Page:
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Blues Traveler
by Dave Brock
UWM Leader, Milwaukee, WI
Nov 13th, 2002

While Blues Traveler's prosperous career has brought them six studio albums with substantial success, the band and their loyal fans are well aware that these efforts rank low in comparison to their live performances. The band's new release Live... promises no letdowns, and proves to exemplify the live experience.

Blues Traveler's first official live release, 1996's double-CD set Live From The Fall, proved to be a major success. It reached out to all fans, with familiar hits such as "Run-Around", "Hook", and "But Anyway", as well as tunes that long-time fans could appreciate. Blues Traveler's latest release seems to mostly benefit the latter, as their long jams and talented improvisations suggest. However, there are a few gems for casual fans as the radio-friendly "Back In The Day" and "Carolina Blues" are featured.

Recorded from various live performances spanning from September to December 2001, the recording has special meaning to the New York City based band (as the title suggests). As the band started recording two weeks after the September 11 tragedies, the band "humbly dedicates this album to [the New Yorkers] effort, to their healing and we embrace the wound as ours to bear as well."

Accordingly, frontman John Popper starts off the album with an emotionally powerful rendition of the "The Star-Spangled Banner." Popper, often referred to as "the Jimi Hendrix of the harmonica," evokes a Hendrix-like performance reminiscent of the guitar legend's Woodstock spectacle. If not familiar with this harmonica virtuoso, this performance quickly makes a believer out of anyone, and prepares the listener for what is to come in the next ten tracks. The rhythm section of bassist Tad Kinchla and drummer Brendan Hill shine bright, while fiery guitarist Chan Kinchla and Ben Wilson's keyboards can do no harm.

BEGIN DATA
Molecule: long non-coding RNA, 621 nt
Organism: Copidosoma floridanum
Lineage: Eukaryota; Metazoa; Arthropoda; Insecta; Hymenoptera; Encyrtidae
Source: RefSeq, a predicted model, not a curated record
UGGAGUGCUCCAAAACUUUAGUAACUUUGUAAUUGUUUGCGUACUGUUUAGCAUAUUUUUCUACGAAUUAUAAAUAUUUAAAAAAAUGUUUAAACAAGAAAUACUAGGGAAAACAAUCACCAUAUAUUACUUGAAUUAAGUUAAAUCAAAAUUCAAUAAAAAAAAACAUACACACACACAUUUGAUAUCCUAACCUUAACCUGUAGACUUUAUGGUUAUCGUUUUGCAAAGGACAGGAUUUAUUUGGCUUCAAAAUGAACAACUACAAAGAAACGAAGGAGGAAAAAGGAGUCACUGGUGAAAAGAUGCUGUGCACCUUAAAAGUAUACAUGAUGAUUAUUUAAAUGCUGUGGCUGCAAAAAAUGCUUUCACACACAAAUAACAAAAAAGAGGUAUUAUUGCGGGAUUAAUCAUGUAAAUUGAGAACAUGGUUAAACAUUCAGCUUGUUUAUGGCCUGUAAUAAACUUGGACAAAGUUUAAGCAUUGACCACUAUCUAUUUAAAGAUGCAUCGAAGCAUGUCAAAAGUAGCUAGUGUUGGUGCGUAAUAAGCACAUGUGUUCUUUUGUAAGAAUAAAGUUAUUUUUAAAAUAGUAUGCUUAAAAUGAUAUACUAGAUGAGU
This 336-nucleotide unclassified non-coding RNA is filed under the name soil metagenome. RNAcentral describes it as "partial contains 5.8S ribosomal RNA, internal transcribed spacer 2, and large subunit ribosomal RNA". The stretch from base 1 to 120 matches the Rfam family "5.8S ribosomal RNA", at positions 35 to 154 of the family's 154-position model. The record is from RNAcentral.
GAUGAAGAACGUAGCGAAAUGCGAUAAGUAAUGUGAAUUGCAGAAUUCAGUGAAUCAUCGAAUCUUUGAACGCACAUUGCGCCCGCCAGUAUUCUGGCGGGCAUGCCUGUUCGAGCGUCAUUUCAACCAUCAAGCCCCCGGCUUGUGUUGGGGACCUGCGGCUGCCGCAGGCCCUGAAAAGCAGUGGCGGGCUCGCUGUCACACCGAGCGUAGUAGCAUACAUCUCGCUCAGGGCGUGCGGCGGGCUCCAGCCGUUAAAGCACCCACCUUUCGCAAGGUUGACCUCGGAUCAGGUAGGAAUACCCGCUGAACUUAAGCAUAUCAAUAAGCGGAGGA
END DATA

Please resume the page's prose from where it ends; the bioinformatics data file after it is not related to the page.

Live... includes tracks that can be found on Blues Traveler's prior releases, with the exception of "Pattern." This new song abides to the band's time-tested formula of Popper's fierce harmonica playing and vocal range, as well as funky bass runs, pounding drums, and guitar licks that complement Popper's playing quite nicely. Other highlights include "Reach Me," an eight-minute extended jam; "Rage," with Popper and guest musician Carl Young displaying his saxophone talents; and "All Hands," a hard-hitting tune originally written in the mourning of former bassist Billy Sheehan's death.

As the album's name suggests, Blues Traveler has traveled to hell and back. Difficulties with record companies, the sudden passing of a band member, and terrorism's effects could have destroyed them. But these difficulties have only made the band stronger, and they sure don't plan on letting down anytime soon. (7 of 8)